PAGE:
Research and Teaching
The study of diversity in nature is traditionally the focus of research done by natural history museums. For this goal the collections are the background, and to document the variety of forms was the purpose of scientific collecting since the 18th century. Today some 1.4 million animal species are described, but estimates on their real number amount to 10 and even 30 million species. Due to habitat destruction and environmental changes many of these will go extinct before they become known to science. At the same time the number of systematists – i.e. the specialists familiar with the various groups of organisms – is drastically declining throughout the world. Systematics has been banned from the research and teaching programmes of most European universities. Thus the natural history museums are today the refuges for systematic knowledge.
Collection-based research is therefore the foundation of NMBE’s research activities. These, however, encompass not only purely taxonomic studies, for very often these give rise to new questions about the functional morphology, behaviour and evolutionary relationships of the animals under investigation.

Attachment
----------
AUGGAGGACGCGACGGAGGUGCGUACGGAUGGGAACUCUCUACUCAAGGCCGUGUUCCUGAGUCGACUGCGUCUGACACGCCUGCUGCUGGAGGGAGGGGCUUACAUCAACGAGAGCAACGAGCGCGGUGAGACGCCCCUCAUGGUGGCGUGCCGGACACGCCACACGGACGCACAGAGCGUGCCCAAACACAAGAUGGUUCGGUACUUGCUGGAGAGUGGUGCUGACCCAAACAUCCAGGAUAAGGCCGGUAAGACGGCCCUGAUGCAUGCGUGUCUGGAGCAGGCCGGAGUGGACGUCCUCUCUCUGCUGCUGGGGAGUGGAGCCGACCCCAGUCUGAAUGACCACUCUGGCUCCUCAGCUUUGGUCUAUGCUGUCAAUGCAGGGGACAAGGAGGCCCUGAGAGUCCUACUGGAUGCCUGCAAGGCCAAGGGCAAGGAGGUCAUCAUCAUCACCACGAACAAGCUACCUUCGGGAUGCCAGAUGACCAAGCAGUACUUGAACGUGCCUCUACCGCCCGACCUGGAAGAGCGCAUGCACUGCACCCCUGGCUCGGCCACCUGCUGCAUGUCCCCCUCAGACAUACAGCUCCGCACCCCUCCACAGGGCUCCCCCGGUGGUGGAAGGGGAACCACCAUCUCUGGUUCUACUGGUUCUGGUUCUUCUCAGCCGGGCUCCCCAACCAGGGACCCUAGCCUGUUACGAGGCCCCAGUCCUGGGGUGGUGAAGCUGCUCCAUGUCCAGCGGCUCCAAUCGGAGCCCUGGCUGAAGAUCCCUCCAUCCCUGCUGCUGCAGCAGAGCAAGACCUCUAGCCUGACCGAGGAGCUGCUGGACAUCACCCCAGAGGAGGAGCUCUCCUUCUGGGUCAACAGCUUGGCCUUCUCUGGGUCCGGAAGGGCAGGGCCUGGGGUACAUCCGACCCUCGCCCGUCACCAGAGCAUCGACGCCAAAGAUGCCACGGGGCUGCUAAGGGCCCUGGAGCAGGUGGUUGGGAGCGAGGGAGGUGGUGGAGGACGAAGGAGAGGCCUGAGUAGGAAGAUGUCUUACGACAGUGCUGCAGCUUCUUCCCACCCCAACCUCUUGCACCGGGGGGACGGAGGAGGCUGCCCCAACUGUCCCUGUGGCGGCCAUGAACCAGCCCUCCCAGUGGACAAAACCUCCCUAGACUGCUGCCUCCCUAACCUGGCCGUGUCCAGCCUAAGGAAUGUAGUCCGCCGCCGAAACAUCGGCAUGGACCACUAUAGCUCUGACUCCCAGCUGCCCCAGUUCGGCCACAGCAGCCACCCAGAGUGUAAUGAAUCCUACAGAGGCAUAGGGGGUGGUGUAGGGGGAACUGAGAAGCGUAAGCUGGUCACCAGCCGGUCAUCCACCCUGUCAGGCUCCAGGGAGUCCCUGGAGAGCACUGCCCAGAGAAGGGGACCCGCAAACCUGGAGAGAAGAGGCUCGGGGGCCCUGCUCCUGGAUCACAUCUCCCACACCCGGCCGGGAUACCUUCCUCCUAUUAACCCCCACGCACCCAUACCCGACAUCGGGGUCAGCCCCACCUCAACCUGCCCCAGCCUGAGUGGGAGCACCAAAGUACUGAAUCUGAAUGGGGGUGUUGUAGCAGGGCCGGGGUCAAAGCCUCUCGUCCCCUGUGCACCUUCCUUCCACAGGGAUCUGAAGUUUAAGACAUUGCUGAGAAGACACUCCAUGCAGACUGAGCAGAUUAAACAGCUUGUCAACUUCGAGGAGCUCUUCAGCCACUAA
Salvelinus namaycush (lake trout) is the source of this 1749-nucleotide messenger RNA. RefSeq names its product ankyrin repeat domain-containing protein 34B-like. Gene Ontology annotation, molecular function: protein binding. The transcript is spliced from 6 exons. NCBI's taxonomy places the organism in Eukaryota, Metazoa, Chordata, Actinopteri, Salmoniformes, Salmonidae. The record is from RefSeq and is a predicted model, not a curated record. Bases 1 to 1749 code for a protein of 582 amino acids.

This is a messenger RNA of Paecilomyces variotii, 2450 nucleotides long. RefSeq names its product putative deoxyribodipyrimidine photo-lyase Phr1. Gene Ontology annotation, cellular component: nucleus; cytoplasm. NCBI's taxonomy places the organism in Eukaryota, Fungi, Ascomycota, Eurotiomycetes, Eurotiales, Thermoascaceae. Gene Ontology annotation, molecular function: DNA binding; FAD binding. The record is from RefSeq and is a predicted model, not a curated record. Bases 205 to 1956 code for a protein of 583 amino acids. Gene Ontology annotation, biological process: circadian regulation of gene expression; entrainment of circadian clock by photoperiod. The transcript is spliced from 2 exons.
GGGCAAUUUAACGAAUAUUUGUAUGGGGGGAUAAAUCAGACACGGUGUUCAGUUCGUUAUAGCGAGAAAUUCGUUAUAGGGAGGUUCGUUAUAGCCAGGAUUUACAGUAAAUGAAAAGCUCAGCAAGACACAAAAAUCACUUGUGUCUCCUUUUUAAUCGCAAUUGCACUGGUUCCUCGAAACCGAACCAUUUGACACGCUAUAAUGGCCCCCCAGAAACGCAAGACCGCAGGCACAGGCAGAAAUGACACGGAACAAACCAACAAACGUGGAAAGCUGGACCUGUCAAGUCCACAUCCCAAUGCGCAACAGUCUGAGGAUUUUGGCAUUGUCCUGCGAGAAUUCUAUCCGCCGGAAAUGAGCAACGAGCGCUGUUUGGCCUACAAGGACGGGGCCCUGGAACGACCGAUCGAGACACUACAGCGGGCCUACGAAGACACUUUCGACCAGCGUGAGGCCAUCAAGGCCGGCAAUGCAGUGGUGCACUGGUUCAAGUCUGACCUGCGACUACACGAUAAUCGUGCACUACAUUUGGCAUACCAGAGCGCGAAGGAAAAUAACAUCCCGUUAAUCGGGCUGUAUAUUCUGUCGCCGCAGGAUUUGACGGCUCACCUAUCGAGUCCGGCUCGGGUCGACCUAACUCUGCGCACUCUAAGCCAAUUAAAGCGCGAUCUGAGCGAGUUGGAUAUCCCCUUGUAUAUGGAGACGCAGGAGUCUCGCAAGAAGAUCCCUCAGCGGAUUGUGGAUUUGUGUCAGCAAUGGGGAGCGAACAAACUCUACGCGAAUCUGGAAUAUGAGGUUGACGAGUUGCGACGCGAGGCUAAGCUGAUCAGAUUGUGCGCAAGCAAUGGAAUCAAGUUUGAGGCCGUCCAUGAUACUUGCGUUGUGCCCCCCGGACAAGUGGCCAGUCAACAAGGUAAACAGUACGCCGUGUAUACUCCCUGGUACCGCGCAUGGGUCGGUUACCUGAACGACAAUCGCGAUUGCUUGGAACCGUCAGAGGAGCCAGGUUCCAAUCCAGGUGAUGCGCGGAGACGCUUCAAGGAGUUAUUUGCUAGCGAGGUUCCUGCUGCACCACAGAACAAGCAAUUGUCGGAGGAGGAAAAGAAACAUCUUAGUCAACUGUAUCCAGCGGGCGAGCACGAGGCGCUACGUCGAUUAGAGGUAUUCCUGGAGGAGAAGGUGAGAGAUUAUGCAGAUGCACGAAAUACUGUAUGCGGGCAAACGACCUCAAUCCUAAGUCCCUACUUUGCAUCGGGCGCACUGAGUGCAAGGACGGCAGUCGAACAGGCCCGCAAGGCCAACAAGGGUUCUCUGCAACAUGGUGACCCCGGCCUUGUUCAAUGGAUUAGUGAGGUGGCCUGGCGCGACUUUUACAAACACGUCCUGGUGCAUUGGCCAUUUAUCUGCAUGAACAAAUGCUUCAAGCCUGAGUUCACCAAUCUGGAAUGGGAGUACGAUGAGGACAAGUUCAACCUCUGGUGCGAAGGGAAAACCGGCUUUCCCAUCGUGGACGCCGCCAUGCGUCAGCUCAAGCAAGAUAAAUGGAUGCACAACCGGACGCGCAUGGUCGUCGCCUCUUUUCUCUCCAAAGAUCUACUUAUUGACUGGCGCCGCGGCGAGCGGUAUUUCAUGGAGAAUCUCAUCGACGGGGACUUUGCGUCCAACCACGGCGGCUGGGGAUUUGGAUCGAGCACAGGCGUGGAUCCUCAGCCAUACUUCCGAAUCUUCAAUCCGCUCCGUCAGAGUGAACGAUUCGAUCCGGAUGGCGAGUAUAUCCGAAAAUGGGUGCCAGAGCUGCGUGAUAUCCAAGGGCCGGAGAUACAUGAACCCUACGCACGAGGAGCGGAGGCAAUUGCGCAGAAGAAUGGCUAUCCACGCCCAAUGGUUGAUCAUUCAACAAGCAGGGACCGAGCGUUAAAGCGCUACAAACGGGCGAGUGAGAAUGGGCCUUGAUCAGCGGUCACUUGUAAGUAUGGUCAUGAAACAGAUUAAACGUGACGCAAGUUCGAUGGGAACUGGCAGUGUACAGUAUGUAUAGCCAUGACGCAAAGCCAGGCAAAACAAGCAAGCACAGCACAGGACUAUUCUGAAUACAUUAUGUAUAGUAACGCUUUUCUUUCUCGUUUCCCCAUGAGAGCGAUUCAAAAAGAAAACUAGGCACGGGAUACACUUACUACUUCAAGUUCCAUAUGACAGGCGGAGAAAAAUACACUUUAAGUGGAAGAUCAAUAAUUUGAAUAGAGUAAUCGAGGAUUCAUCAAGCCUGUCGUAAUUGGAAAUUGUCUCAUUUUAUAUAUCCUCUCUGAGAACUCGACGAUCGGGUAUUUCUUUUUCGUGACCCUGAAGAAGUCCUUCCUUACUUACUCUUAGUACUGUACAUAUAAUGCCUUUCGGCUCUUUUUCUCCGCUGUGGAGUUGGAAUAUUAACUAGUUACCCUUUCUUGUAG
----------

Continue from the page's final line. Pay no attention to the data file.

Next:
In mineralogy the situation is somewhat different: The numbers of minerals, based on the number of chemical elements, is restricted to some 4000 mineral species, and they do not originate from an evolutionary process by which species evolve into new species. But again the museum specimens are indispensable for mineralogical research.
The link between NMBE and the University of Bern has a long tradition. With the founding of the local university in the 19th century professors of zoology and geology acted as curators for the museum collections. Today three museum staff scientists are involved in teaching at the University of Bern.
Phylogeny of arthropods. Lecture for advanced zoology students.
Fundamentals of zoological systematics. Lecture for advanced zoology students.